Wednesday, July 18, 2007

Nights when the laughter lingers

When the nights are as hot and sticky as they've been for a few weeks now, my mind and my body go different places. My body heads indoors in search of air conditioning, but my mind, triggered by the moist heat, travels across the miles and back through time to the hot, humid nights of Missouri in the late 1940s and early '50s.


Wherever we walked, I could hear the lady laughing, a raucous, almost malicious cackle that simultaneously repelled and attracted me. I was afraid of her, but she fascinated me. I wanted to get closer to see her better.

The fat lady rocked from side to side as she laughed, as if she alone were privy to the funniest joke ever, and the rest of us were so stupid we wouldn't understand the joke if she told us. Her hair was unnaturally black. Her eyes were black, too, flat, empty eyes that belied the smile on her painted red lips.

My mother said my sister and I weren't old enough to visit the house where the fat lady stood on her porch and laughed at the people passing by. I pleaded. We'd be okay if Mother would go with us, I argued, but she insisted that the house was for grown-ups, not children, and led us away.

I understood that the reason the lady laughed was to get people to come closer, to lure them into her house, and I knew it cost a lot to go in there. I noticed that the adults who came out the door were laughing, but teenaged girls seemed to duck their heads and huddle closer to their boyfriends, and a couple of kids who went in with their parents came out crying. Maybe Mother was right.

At least once every summer we visited the neighborhood where the fat lady lived, more often if we went to the nearby skating rink, but it wasn't until I was twelve that Mother gave in. Our visit to the lady's house was brief. All I really remember about it now is the darkness, the spiderwebs in my face, and the fear I felt at the sudden appearance of an angry wraith who reached out as if to snatch us when we passed.

That was our one and only time inside the house. As advertised, it was indeed a fun house, but the reality of it wasn't as thrilling as the anticipation we'd felt during all the years when we weren't allowed to go inside.

Nevertheless, when I think about those summer evenings we spent at Doling Park, I remember the fun house. I remember it in the same way I remember the carousel, the bumper cars, the cotton candy -- warm, pleasant memories, but not necessarily magical ones.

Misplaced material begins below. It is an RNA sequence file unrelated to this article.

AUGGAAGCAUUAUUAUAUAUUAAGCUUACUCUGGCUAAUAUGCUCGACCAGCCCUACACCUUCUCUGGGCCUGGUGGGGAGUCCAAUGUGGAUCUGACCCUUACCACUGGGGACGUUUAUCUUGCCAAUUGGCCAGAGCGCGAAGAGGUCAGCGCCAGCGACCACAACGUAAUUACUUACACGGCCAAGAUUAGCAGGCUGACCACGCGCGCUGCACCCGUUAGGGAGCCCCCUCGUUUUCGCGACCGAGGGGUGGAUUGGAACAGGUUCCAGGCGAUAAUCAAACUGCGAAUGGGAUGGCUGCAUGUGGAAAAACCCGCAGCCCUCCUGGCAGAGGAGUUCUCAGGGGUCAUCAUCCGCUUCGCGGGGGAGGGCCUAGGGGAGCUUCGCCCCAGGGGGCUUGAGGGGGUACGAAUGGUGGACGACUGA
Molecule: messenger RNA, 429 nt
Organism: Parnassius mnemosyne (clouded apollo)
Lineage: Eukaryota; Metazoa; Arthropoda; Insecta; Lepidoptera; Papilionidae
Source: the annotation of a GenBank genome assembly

The magic still belongs to the fat lady, the mechanical gypsy whose laughter reached the farthest, darkest edges of the park and the deepest recesses of a little girl's mind. More than half a century has passed since she captured my imagination. In all that time, she's never let it go.


  1. Velvet, I have a similar fascination with the lady on the swing on Bourbon Street.

    What a lovely story!

  2. Your "Gertie" of Doling Park sounds like enough to give anyone nightmares! And I can sure understand why you still remember her.
    I have great memories from grade school age, of many trips to Playland Pier (long gone) in Coeur d' Alene ID where we lived, and then as an early teen, visits to Natatorium Park in Spokane WA (also long gone). Thanks for reminding me.

  3. That's so interesting! I've never liked funhouses, they scare the crap out of me. Same with haunted houses, and those rides at amusement park with animatronic people. Gee, now that I think of it, I scare kinda easily.

    Anyway, I can understand the reality bing more disappointing than the anticipation.

  4. the anticipation often is better than the reality, in many things. interesting to hear you grew up in Missouri as did we, in fact we still live there.

    thank you for the recollection of something we can identify with.

    peace and blessings


  5. I wonder if the fat lady came at a discount...I have always felt that there is nothing sadder in the universe than an old whore...just think they have sold who they are...nothing inner self.
    that is the way it seems to me. The way to die is--young--if you are a whore.

  6. Holly, I forgot about the lady on the swing, but I certainly understand that she'd have inspired similar fascination.

    Jackie, amusement parks like the ones we remember were the best things going for those of us born before Disneyland, Six Flags, etc.

    Janet, I remember your comment on an earlier post that you didn't like puppets or ventriloquists' dummies, so I'm not surprised that their life-sized counterparts scared you. You would have hated this laughing fat lady.

    Keepers, I have so many good memories of living in Missouri. Still miss it sometimes, even though it's been fifty years (next month) since we moved away.

    Sister-Three, LOL, you apparently traveled right down the path where I intentionally misled you, but I must have failed to make it clear enough at the end that the laughing fat lady wasn't real. She was made out of wood or fiberglass or something else, but she was life-sized. Even as a child I knew she wasn't real, which was what made the whole rocking, laughing thing so spooky.

  7. Velvet...I am a sucker everytime. If you get to wanting to pull a joke on someone...I am here. teehee

    Is the peacock real? He is isn't he?

  8. Sister-Three, I'm so confused! What peacock? ;-)

  9. Great story. You are a terrific writer.


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